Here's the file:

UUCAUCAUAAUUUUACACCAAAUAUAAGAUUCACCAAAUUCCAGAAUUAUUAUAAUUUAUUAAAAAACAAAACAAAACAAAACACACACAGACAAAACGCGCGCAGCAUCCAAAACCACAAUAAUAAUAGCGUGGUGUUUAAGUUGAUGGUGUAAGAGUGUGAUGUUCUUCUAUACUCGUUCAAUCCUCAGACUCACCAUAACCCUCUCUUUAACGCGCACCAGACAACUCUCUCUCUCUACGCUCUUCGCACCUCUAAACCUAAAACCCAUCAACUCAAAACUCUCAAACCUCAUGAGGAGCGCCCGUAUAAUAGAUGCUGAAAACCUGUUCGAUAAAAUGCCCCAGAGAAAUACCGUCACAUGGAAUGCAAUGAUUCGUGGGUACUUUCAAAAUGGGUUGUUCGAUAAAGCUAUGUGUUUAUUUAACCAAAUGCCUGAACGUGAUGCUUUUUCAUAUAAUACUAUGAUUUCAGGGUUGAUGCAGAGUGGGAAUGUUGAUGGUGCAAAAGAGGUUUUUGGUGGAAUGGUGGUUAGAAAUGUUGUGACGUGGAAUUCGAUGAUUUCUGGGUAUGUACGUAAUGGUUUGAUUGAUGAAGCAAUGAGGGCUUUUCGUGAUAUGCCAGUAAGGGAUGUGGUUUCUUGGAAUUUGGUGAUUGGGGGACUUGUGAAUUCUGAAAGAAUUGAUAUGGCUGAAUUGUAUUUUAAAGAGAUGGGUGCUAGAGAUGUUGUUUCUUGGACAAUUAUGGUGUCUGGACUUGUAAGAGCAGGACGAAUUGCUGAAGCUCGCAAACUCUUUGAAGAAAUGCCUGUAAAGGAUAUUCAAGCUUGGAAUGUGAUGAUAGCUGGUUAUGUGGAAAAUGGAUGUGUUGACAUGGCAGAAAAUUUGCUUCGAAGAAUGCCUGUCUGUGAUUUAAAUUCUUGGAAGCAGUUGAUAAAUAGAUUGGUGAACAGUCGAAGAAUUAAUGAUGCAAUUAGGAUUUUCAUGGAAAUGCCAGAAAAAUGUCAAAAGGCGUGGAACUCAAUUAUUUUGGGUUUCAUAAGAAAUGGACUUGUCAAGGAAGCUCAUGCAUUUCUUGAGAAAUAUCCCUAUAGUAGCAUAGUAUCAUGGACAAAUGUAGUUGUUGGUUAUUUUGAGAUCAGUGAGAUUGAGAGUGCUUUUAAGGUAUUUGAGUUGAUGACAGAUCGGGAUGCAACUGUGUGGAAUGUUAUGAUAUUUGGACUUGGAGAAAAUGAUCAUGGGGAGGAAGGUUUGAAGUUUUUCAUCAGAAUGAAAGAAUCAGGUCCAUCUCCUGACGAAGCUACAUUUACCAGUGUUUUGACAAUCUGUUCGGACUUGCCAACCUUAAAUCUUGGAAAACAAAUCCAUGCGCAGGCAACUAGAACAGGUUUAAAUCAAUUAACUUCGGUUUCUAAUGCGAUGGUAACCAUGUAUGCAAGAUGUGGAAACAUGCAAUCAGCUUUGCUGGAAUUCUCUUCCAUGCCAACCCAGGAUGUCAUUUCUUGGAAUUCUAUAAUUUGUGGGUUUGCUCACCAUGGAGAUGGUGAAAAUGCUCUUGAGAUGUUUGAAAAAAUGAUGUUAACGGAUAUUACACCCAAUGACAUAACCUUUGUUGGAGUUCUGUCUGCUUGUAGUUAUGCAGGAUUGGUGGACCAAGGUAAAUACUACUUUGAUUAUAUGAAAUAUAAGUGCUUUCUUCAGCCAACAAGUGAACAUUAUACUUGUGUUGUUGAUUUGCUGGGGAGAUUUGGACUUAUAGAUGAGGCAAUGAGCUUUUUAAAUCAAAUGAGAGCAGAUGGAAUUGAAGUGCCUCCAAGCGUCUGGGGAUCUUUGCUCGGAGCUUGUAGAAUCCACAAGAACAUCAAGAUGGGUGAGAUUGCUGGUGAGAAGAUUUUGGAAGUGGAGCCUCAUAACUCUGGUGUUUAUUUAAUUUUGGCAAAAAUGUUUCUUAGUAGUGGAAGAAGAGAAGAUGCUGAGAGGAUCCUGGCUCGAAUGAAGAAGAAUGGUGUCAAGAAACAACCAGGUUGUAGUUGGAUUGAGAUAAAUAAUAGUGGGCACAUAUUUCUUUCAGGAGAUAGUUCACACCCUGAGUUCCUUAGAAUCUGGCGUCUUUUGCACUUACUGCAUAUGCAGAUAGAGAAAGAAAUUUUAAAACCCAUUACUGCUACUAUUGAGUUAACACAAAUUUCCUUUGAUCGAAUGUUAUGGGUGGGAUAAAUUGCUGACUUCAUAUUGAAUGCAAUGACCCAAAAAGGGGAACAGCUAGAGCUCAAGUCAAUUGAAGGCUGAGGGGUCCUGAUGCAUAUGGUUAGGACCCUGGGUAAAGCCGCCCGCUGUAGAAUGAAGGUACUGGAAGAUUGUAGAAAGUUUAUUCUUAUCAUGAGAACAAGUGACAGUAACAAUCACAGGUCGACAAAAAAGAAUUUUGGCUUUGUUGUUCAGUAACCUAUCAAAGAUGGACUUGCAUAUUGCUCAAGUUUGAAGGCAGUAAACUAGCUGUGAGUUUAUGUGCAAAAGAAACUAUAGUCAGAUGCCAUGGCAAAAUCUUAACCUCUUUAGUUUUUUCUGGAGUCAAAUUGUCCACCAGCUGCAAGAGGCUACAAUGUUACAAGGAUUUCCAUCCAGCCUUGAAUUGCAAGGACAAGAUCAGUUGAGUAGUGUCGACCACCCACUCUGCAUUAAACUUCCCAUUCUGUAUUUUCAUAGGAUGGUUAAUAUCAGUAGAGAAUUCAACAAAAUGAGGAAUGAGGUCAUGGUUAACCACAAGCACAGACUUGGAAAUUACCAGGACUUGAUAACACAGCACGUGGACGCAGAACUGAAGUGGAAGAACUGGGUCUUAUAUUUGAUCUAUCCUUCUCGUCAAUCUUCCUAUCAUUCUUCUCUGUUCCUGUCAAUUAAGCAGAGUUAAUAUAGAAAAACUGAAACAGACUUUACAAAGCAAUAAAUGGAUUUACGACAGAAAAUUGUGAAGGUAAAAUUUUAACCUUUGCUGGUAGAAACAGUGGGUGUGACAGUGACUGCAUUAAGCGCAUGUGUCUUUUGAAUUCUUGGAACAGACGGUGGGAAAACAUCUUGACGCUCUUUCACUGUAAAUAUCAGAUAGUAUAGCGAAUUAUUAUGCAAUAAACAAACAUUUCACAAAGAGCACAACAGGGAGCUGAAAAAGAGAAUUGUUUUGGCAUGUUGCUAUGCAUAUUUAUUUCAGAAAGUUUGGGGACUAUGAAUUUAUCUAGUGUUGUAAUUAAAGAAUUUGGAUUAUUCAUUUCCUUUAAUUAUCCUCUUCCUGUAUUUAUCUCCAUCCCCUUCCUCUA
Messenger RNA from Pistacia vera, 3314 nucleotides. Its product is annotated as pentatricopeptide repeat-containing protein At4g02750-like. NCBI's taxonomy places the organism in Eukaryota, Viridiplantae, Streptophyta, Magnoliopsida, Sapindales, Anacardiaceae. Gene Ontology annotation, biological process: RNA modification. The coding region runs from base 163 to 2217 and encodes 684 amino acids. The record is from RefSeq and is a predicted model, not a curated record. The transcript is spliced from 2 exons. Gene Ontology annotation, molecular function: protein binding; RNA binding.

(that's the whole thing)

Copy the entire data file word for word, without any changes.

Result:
UUCAUCAUAAUUUUACACCAAAUAUAAGAUUCACCAAAUUCCAGAAUUAUUAUAAUUUAUUAAAAAACAAAACAAAACAAAACACACACAGACAAAACGCGCGCAGCAUCCAAAACCACAAUAAUAAUAGCGUGGUGUUUAAGUUGAUGGUGUAAGAGUGUGAUGUUCUUCUAUACUCGUUCAAUCCUCAGACUCACCAUAACCCUCUCUUUAACGCGCACCAGACAACUCUCUCUCUCUACGCUCUUCGCACCUCUAAACCUAAAACCCAUCAACUCAAAACUCUCAAACCUCAUGAGGAGCGCCCGUAUAAUAGAUGCUGAAAACCUGUUCGAUAAAAUGCCCCAGAGAAAUACCGUCACAUGGAAUGCAAUGAUUCGUGGGUACUUUCAAAAUGGGUUGUUCGAUAAAGCUAUGUGUUUAUUUAACCAAAUGCCUGAACGUGAUGCUUUUUCAUAUAAUACUAUGAUUUCAGGGUUGAUGCAGAGUGGGAAUGUUGAUGGUGCAAAAGAGGUUUUUGGUGGAAUGGUGGUUAGAAAUGUUGUGACGUGGAAUUCGAUGAUUUCUGGGUAUGUACGUAAUGGUUUGAUUGAUGAAGCAAUGAGGGCUUUUCGUGAUAUGCCAGUAAGGGAUGUGGUUUCUUGGAAUUUGGUGAUUGGGGGACUUGUGAAUUCUGAAAGAAUUGAUAUGGCUGAAUUGUAUUUUAAAGAGAUGGGUGCUAGAGAUGUUGUUUCUUGGACAAUUAUGGUGUCUGGACUUGUAAGAGCAGGACGAAUUGCUGAAGCUCGCAAACUCUUUGAAGAAAUGCCUGUAAAGGAUAUUCAAGCUUGGAAUGUGAUGAUAGCUGGUUAUGUGGAAAAUGGAUGUGUUGACAUGGCAGAAAAUUUGCUUCGAAGAAUGCCUGUCUGUGAUUUAAAUUCUUGGAAGCAGUUGAUAAAUAGAUUGGUGAACAGUCGAAGAAUUAAUGAUGCAAUUAGGAUUUUCAUGGAAAUGCCAGAAAAAUGUCAAAAGGCGUGGAACUCAAUUAUUUUGGGUUUCAUAAGAAAUGGACUUGUCAAGGAAGCUCAUGCAUUUCUUGAGAAAUAUCCCUAUAGUAGCAUAGUAUCAUGGACAAAUGUAGUUGUUGGUUAUUUUGAGAUCAGUGAGAUUGAGAGUGCUUUUAAGGUAUUUGAGUUGAUGACAGAUCGGGAUGCAACUGUGUGGAAUGUUAUGAUAUUUGGACUUGGAGAAAAUGAUCAUGGGGAGGAAGGUUUGAAGUUUUUCAUCAGAAUGAAAGAAUCAGGUCCAUCUCCUGACGAAGCUACAUUUACCAGUGUUUUGACAAUCUGUUCGGACUUGCCAACCUUAAAUCUUGGAAAACAAAUCCAUGCGCAGGCAACUAGAACAGGUUUAAAUCAAUUAACUUCGGUUUCUAAUGCGAUGGUAACCAUGUAUGCAAGAUGUGGAAACAUGCAAUCAGCUUUGCUGGAAUUCUCUUCCAUGCCAACCCAGGAUGUCAUUUCUUGGAAUUCUAUAAUUUGUGGGUUUGCUCACCAUGGAGAUGGUGAAAAUGCUCUUGAGAUGUUUGAAAAAAUGAUGUUAACGGAUAUUACACCCAAUGACAUAACCUUUGUUGGAGUUCUGUCUGCUUGUAGUUAUGCAGGAUUGGUGGACCAAGGUAAAUACUACUUUGAUUAUAUGAAAUAUAAGUGCUUUCUUCAGCCAACAAGUGAACAUUAUACUUGUGUUGUUGAUUUGCUGGGGAGAUUUGGACUUAUAGAUGAGGCAAUGAGCUUUUUAAAUCAAAUGAGAGCAGAUGGAAUUGAAGUGCCUCCAAGCGUCUGGGGAUCUUUGCUCGGAGCUUGUAGAAUCCACAAGAACAUCAAGAUGGGUGAGAUUGCUGGUGAGAAGAUUUUGGAAGUGGAGCCUCAUAACUCUGGUGUUUAUUUAAUUUUGGCAAAAAUGUUUCUUAGUAGUGGAAGAAGAGAAGAUGCUGAGAGGAUCCUGGCUCGAAUGAAGAAGAAUGGUGUCAAGAAACAACCAGGUUGUAGUUGGAUUGAGAUAAAUAAUAGUGGGCACAUAUUUCUUUCAGGAGAUAGUUCACACCCUGAGUUCCUUAGAAUCUGGCGUCUUUUGCACUUACUGCAUAUGCAGAUAGAGAAAGAAAUUUUAAAACCCAUUACUGCUACUAUUGAGUUAACACAAAUUUCCUUUGAUCGAAUGUUAUGGGUGGGAUAAAUUGCUGACUUCAUAUUGAAUGCAAUGACCCAAAAAGGGGAACAGCUAGAGCUCAAGUCAAUUGAAGGCUGAGGGGUCCUGAUGCAUAUGGUUAGGACCCUGGGUAAAGCCGCCCGCUGUAGAAUGAAGGUACUGGAAGAUUGUAGAAAGUUUAUUCUUAUCAUGAGAACAAGUGACAGUAACAAUCACAGGUCGACAAAAAAGAAUUUUGGCUUUGUUGUUCAGUAACCUAUCAAAGAUGGACUUGCAUAUUGCUCAAGUUUGAAGGCAGUAAACUAGCUGUGAGUUUAUGUGCAAAAGAAACUAUAGUCAGAUGCCAUGGCAAAAUCUUAACCUCUUUAGUUUUUUCUGGAGUCAAAUUGUCCACCAGCUGCAAGAGGCUACAAUGUUACAAGGAUUUCCAUCCAGCCUUGAAUUGCAAGGACAAGAUCAGUUGAGUAGUGUCGACCACCCACUCUGCAUUAAACUUCCCAUUCUGUAUUUUCAUAGGAUGGUUAAUAUCAGUAGAGAAUUCAACAAAAUGAGGAAUGAGGUCAUGGUUAACCACAAGCACAGACUUGGAAAUUACCAGGACUUGAUAACACAGCACGUGGACGCAGAACUGAAGUGGAAGAACUGGGUCUUAUAUUUGAUCUAUCCUUCUCGUCAAUCUUCCUAUCAUUCUUCUCUGUUCCUGUCAAUUAAGCAGAGUUAAUAUAGAAAAACUGAAACAGACUUUACAAAGCAAUAAAUGGAUUUACGACAGAAAAUUGUGAAGGUAAAAUUUUAACCUUUGCUGGUAGAAACAGUGGGUGUGACAGUGACUGCAUUAAGCGCAUGUGUCUUUUGAAUUCUUGGAACAGACGGUGGGAAAACAUCUUGACGCUCUUUCACUGUAAAUAUCAGAUAGUAUAGCGAAUUAUUAUGCAAUAAACAAACAUUUCACAAAGAGCACAACAGGGAGCUGAAAAAGAGAAUUGUUUUGGCAUGUUGCUAUGCAUAUUUAUUUCAGAAAGUUUGGGGACUAUGAAUUUAUCUAGUGUUGUAAUUAAAGAAUUUGGAUUAUUCAUUUCCUUUAAUUAUCCUCUUCCUGUAUUUAUCUCCAUCCCCUUCCUCUA
Messenger RNA from Pistacia vera, 3314 nucleotides. Its product is annotated as pentatricopeptide repeat-containing protein At4g02750-like. NCBI's taxonomy places the organism in Eukaryota, Viridiplantae, Streptophyta, Magnoliopsida, Sapindales, Anacardiaceae. Gene Ontology annotation, biological process: RNA modification. The coding region runs from base 163 to 2217 and encodes 684 amino acids. The record is from RefSeq and is a predicted model, not a curated record. The transcript is spliced from 2 exons. Gene Ontology annotation, molecular function: protein binding; RNA binding.